Madge Tompkins Seaver died peacefully on May 5th, 2007 just weeks short of her 99th birthday. She was born on July 8, 1908, the middle of the three Tompkins children, in Pittsfield, Massachusetts. After her father’s death in 1914, her mother, a nurse, moved the family back to New Brunswick, Canada, where she had come from before leaving for Boston to study nursing. The family returned to Pittsfield in 1920 and in 1926 Madge was admitted to Barnard College in New York where she spent four happy years, majoring in English. It was while in New York that she met Benjamin Seaver. They were married shortly after her graduation and moved to Philadelphia where Ben worked as a textile designer in a shirt firm. Their twin sons, David and Paul, were born in 1932, and shortly thereafter Madge began her career as a teacher of English at South Philadelphia Girls High School. She continued to teach there until 1953 when she and Ben moved to San Francisco, a move occasioned by Stephen Thierman’s invitation to Ben to become Peace Education Secretary in the San Francisco office of the AFSC.
Madge had been raised a Unitarian and Ben a secular Jew, but neither had any religious affiliation during the 1930s, although they were active in the Fellowship of Reconciliation. Their lives changed with the onset of World War II. Both Madge and Ben were committed pacifists, and when Ben’s firm received a large shirt order from the Marine Corps in 1941, Ben resigned, spent a semester at Penn State, and leased a small dairy farm in eastern Pennsylvania. Seeking fellowship with like-minded people, they began to attend Gwynedd Friends Meeting. For Madge silent worship and the community of Friends came as a revelation and a joyous sense of having found a spiritual home. She became a member of the Religious Society of Friends in 1945 and subsequently served as clerk of Gwynedd Meeting. Their sons left for Haverford College in the autumn of 1950, interrupted by an eighteen-month sentence to the Federal Prison in Danbury for refusing to register for the draft; they were paroled after six and a half months. In 1953 after the move to San Francisco Madge served as a part-time receptionist at the AFSC office and transferred her membership to San Francisco Friends Meeting; Ben became a member in 1954. Madge was active in the Quarter and Yearly Meeting and served as clerk of San Francisco Monthly Meeting and of Pacific Yearly Meeting. Ben retired from the AFSC in 1970; Madge and Ben subsequently served as Pacific Yearly Meeting’s Friends in the Orient in Hong Kong and then as the resident couple in the Friends Center in Auckland, New Zealand. They also spent a semester at Woodbrooke. In 1979-80 they served as Brinton Visitors, visiting 35 meetings in the West. In 1985 they moved to Stevenson House in Palo Alto just weeks before Ben died. Madge was active in Palo Alto Friends Meeting until well into her nineties, serving as clerk in 1987-88.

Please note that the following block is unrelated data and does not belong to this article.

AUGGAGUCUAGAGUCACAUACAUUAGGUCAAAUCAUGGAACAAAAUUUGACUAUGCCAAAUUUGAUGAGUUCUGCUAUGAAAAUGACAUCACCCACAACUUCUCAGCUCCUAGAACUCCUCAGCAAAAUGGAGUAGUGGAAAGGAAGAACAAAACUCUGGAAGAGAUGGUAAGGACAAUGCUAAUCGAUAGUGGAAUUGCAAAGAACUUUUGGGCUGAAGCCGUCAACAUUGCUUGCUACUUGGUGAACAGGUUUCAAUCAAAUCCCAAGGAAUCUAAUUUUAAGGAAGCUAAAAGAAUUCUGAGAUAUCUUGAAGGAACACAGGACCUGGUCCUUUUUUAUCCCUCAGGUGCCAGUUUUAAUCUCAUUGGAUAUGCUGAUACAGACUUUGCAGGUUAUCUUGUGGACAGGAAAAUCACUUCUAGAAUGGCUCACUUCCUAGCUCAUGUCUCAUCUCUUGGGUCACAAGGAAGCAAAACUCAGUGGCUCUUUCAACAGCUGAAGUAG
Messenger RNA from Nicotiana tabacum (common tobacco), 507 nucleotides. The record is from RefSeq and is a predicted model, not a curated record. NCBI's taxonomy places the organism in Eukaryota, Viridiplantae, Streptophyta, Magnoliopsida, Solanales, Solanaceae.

Although Madge had a lifetime love of poetry and nineteenth century novels, she became a diligent student of the Bible and of Christian and Quaker history. Some years ago she wrote: “A member of my Meeting described Friends Meeting as a ‘fellowship of liberal-minded persons who want to do good works’. Our Meetings are shallow. We don’t know where we came from and therefore have no vision of where we are going or could be going, to say nothing of a search for our message to the world. ...I do not equate religion and faith. Rather our religion -- which binds us together -- is Quaker, but our faith is in the grace of God by which we live. Our Quaker religion depends on our participation and service in our Meetings, but our very lives depend upon our faith.”